Figure 3.24: An ORIONLink sample diagram.
ORIONLink can be used to draw boxes automatically around nodes to display specific terrorist cells, gangs, intragroups, or incident functions and relationships. The tool supports complete interactive displays so that objects can be moved and grouped in diagrams annotated with text and symbols. A special feature of ORIONLink is its what-if mode, which allows objects and their connections to be hidden or restored on the fly, allowing for the viewing of their impact on the total organization, such as a terrorist cell or criminal gang.
ORIONLink provides several interactive analytic features with the ability to change the data attributes and their impact on the diagram. This can be done by a pop-up dialog box associated with any node. All of the associations of a particular individual can also be highlighted interactively. A Show Articulations mode can automatically highlight all "keynodes" in a diagram, which, if removed, would cripple or severely damage the total group structure. This way individuals who are critical for organizational cohesiveness, strength, or communications can be easily identified for higher levels of attention.
VisuaLink is a high-end link analysis software suite with multiple data preparation components designed to assist investigators and analysts in the identification of terrorist threats, money laundering, insurance fraud, and other criminal activity. For example the suite can be used to track different types of "criteria" technologies used in international transactions, such as specific material components for manufacturing terrorist weapons.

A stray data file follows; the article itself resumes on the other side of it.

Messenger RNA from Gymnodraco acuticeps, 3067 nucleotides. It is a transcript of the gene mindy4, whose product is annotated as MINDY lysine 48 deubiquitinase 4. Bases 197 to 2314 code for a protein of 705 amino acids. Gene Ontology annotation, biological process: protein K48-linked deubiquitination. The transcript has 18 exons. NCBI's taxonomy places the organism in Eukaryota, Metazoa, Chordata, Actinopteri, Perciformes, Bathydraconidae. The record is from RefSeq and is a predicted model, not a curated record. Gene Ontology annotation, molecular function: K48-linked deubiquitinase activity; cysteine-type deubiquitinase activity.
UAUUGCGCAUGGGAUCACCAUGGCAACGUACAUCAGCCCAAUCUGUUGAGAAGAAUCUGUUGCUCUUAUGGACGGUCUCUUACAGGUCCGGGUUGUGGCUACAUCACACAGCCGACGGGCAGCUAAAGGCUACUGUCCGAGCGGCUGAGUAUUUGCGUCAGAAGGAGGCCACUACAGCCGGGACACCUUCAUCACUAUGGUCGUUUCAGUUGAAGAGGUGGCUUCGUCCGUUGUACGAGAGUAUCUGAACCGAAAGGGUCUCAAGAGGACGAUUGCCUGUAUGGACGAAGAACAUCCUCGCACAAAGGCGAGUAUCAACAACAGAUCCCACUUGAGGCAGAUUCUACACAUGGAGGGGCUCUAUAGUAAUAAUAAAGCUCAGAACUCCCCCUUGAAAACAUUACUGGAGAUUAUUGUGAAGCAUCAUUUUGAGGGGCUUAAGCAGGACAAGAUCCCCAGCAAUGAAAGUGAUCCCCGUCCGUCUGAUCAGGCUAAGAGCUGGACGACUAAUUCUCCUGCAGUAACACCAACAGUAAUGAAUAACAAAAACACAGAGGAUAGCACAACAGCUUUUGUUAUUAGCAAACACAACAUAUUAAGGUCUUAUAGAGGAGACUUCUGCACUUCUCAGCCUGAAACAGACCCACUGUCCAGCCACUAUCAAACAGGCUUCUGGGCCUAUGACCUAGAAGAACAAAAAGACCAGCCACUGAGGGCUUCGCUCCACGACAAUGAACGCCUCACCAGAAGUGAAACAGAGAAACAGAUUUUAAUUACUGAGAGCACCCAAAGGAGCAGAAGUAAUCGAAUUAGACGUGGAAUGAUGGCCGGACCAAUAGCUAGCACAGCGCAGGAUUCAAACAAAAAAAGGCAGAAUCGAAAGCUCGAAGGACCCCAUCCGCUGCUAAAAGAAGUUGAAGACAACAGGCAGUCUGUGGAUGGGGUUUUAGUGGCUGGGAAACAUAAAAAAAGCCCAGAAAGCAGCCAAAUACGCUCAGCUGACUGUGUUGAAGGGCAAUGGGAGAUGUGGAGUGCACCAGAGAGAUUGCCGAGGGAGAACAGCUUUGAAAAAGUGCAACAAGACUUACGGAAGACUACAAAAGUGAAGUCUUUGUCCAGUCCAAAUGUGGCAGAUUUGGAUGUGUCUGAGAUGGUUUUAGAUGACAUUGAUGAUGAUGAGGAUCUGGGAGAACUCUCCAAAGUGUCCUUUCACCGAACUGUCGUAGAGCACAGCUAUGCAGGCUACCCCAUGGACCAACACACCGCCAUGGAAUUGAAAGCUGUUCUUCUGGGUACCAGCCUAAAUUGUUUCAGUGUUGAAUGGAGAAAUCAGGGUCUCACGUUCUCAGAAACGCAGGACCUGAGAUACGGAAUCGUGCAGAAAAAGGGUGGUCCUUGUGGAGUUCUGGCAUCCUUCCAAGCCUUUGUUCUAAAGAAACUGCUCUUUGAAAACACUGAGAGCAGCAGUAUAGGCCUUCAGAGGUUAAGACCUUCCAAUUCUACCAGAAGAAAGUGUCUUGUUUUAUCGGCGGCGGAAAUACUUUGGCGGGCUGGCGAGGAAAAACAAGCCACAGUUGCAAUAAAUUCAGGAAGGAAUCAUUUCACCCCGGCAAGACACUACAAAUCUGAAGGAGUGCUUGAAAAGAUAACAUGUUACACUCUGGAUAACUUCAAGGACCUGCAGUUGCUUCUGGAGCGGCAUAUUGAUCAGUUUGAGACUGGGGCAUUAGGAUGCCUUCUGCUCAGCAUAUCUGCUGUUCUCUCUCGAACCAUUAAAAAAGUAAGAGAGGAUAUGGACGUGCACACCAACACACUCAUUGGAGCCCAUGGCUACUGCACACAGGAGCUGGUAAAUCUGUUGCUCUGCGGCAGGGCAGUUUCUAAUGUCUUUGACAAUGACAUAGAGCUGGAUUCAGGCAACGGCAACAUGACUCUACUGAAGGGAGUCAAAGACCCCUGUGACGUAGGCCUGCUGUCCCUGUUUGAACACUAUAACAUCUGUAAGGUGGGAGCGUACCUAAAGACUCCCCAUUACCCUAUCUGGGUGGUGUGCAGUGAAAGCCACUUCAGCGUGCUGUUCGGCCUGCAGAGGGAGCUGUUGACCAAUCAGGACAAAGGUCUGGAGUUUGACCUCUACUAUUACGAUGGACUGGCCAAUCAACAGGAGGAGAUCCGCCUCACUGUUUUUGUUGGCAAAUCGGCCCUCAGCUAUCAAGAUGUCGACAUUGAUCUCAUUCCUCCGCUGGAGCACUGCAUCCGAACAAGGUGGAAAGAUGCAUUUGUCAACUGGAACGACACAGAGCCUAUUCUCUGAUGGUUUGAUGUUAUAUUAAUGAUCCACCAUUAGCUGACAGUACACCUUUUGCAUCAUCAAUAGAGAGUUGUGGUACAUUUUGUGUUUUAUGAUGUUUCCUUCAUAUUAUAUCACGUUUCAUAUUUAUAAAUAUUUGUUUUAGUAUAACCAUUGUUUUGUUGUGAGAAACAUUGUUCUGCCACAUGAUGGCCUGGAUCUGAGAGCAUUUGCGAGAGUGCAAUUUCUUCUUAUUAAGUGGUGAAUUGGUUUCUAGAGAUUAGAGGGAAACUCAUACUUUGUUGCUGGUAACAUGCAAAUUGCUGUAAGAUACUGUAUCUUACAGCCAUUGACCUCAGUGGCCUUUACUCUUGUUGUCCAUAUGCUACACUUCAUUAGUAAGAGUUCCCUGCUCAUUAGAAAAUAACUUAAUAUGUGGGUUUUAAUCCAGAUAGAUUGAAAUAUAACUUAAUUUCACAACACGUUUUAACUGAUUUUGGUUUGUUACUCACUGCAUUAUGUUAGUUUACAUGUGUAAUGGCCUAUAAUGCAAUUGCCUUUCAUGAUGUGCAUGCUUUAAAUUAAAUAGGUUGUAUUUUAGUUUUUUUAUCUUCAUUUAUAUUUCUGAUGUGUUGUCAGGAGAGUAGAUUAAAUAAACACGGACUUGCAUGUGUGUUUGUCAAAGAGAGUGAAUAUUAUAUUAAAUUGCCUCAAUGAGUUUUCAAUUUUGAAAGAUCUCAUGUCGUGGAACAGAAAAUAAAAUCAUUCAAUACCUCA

As with other link analysis tools, VisuaLinks can be used to evaluate group behavior, funding resources, communication networks, recruiting methods, organization locations, etc. The software was designed specifically with the law enforcement user in mind and was not intended for the corporate world.
VisuaLinks can also be used to analyze and diagram systemic suspicious financial activity and filing compliance, including the analysis of the real assets of suspected money laundering enterprises. The tool allows the investigating agency or task force to uncover different types of transactions (deposits, withdrawals, wire transfers, and currency conversions) used by suspected money launderers.
For drug investigation, VisuaLink can be used to examine subtle connections between individuals, organizations, vehicles, facilities, locations, accounts, and incidents, as well as transportation routes and communication lines. For insurance fraud investigations, the tool can be used to uncover connections between individuals, organizations, incidents, and claims.
Using a special software component it calls DIG, for example, an insurance investigator can retrieve and analyze data from both in-house and industry-wide claims databases to uncover suspicious activities. The program allows for the indexing, searching, and managing of large numbers of databases, text sources, and Web sites concurrently. VisuaLink can visually display the retrieved data and assist in identifying possible fraudulent claims activity with the frequency of connections displayed by varying link thickness.